The Massillon Museum at 121 Lincoln Way E. is a jewel that only grows brighter.
One of the country’s best small museums, “MassMu” as it’s nicknamed, is housed in a 29,000-square-foot building in the heart of downtown.
Curator Heather Haden said the museum has more than 100,000 artifacts, including 60,000 photographic negatives that are stored in a temperature-controlled unit.
The majority of the collection, Haden said, comes from community donations. Because space is limited, Haden said a process is used to determine an artifact’s significance to Massillon history.
“It’s a very eclectic collection,” she said.
A glance around the storage area bears this out. Grandfather clocks, political posters, bolts of material, furniture and even a whacky, 1920s-era machine for women’s permanents have found a home at MassMu.
Five years ago, for its 75th anniversary, the museum published a book showcasing its 75 rarest and most significant artifacts.
The roots of the Massillon Museum go back to the city’s founder, James Duncan. A home built by Duncan in the 1830s, and later acquired by attorney Frank and Annie Steese Baldwin, served as the city’s first museum. The house was bequeathed to the community by Mrs. Baldwin, under the stipulation that it become a museum. The Baldwin Museum opened in 1933, and later encompassed the public library.
When a conflict arose over how to accommodate both institutions, the museum closed in 1934, and its contents were stored in a temporary space until a wing to house it was complete. Construction for its space began in 1936. It reopened in 1938 as the Massillon Museum.
The museum was first accredited in 1972 by the American Association of Museums. In 1991, the state gave the organization $750,000 for a new building. That same year, the museum’s board of trustees purchased a former department store housed in the Glitz Building. Following a four-year, $1.9 million capital campaign, the current facility was opened in 1996.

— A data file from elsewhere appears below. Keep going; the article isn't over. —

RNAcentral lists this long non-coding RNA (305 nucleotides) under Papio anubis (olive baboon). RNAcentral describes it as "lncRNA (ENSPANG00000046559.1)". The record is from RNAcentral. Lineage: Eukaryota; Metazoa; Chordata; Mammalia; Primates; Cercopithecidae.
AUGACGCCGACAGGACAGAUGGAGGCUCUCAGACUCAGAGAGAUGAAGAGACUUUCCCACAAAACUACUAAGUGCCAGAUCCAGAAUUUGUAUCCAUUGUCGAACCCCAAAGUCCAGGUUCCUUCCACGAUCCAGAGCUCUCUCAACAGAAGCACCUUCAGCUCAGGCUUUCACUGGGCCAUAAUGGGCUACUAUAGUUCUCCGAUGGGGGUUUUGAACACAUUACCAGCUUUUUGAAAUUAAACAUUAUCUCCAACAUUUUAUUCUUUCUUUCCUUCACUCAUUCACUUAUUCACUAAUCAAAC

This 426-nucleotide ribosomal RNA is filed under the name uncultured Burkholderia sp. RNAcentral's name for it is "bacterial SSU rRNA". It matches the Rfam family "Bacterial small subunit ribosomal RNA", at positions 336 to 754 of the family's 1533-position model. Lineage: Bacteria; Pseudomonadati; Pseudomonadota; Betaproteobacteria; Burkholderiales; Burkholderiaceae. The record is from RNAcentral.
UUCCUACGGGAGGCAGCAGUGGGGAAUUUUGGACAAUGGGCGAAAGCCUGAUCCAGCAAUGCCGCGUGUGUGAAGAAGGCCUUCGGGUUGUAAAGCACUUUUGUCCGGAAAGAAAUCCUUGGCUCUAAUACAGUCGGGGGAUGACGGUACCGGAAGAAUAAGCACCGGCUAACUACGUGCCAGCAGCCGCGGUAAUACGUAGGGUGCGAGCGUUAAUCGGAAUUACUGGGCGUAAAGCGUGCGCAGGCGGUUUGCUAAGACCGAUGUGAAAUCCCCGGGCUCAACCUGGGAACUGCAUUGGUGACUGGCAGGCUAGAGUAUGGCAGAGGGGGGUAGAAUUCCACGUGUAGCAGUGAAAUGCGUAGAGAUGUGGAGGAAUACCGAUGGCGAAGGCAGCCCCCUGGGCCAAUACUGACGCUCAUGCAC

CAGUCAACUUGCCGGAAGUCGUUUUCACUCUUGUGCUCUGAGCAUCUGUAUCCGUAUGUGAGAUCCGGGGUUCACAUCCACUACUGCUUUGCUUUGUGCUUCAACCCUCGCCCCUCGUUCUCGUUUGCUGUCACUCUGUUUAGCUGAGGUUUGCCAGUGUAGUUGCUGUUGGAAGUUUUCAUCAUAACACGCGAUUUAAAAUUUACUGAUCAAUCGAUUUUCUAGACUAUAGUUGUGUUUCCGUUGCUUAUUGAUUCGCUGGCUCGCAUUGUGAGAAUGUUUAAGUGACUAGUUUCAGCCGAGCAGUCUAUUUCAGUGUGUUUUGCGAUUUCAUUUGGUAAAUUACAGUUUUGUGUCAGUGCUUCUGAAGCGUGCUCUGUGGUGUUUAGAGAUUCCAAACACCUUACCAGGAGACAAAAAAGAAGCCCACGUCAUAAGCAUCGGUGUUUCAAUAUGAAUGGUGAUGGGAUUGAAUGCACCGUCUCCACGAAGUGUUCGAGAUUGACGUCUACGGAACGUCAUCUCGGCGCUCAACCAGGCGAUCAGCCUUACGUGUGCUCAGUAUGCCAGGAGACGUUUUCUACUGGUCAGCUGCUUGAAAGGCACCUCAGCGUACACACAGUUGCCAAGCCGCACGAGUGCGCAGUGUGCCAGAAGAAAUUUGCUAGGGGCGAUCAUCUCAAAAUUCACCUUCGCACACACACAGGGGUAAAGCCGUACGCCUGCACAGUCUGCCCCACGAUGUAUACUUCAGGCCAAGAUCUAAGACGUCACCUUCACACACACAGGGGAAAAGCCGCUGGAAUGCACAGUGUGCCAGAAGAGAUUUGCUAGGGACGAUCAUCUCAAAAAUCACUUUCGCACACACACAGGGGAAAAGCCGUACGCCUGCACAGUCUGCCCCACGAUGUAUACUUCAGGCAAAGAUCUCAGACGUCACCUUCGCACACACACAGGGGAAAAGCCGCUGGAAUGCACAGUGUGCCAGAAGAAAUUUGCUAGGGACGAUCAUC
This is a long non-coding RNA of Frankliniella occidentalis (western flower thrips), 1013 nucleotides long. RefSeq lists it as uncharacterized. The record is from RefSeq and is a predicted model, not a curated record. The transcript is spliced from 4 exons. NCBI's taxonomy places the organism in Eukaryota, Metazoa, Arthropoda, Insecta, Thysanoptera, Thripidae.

MassMu also boasts a collection of ethnographic and archaeological artifacts from around the world, brought home by a Dr. Abraham P.L. Pease, Massillon physician who was a world traveler.
“My favorite piece is the (Mario) Fortuny jacket,” she said. “I saw it as an intern. It represents an exciting moment for women, a move toward globalization and the changing modes of technology.”
This year, for the first time in its history, the museum was able to add an archivist, Mandy Altimus Pond, and a registrar, Meghan Reed.
Haden said they are jobs that used to be multitasked.
“There’s something for everyone,” Pond said, adding that the museum also has 130 “virtual galleries” available for viewing on its website.
“There’s so much history here,” Haden said. “I’ve tried to put as much as possible on display.”
Haden said she’s excited about an upcoming exhibit called “Echo,” which will showcase the history of recorded sound.
“The best part of this job is getting to learn about other cultures,” Haden said. “From fashion to football, to technology exhibits, I never get bored.”
Summer in Stark County is full of fun. We go behind the scenes to give you the insider’s experience at the Pro Football Hall of Fame, Loretta Paganini’s School of Cooking and the Massillon Museum, as well as a hands-on account of learning to play disc golf and getting a VIP shopping experience at The District Boutique.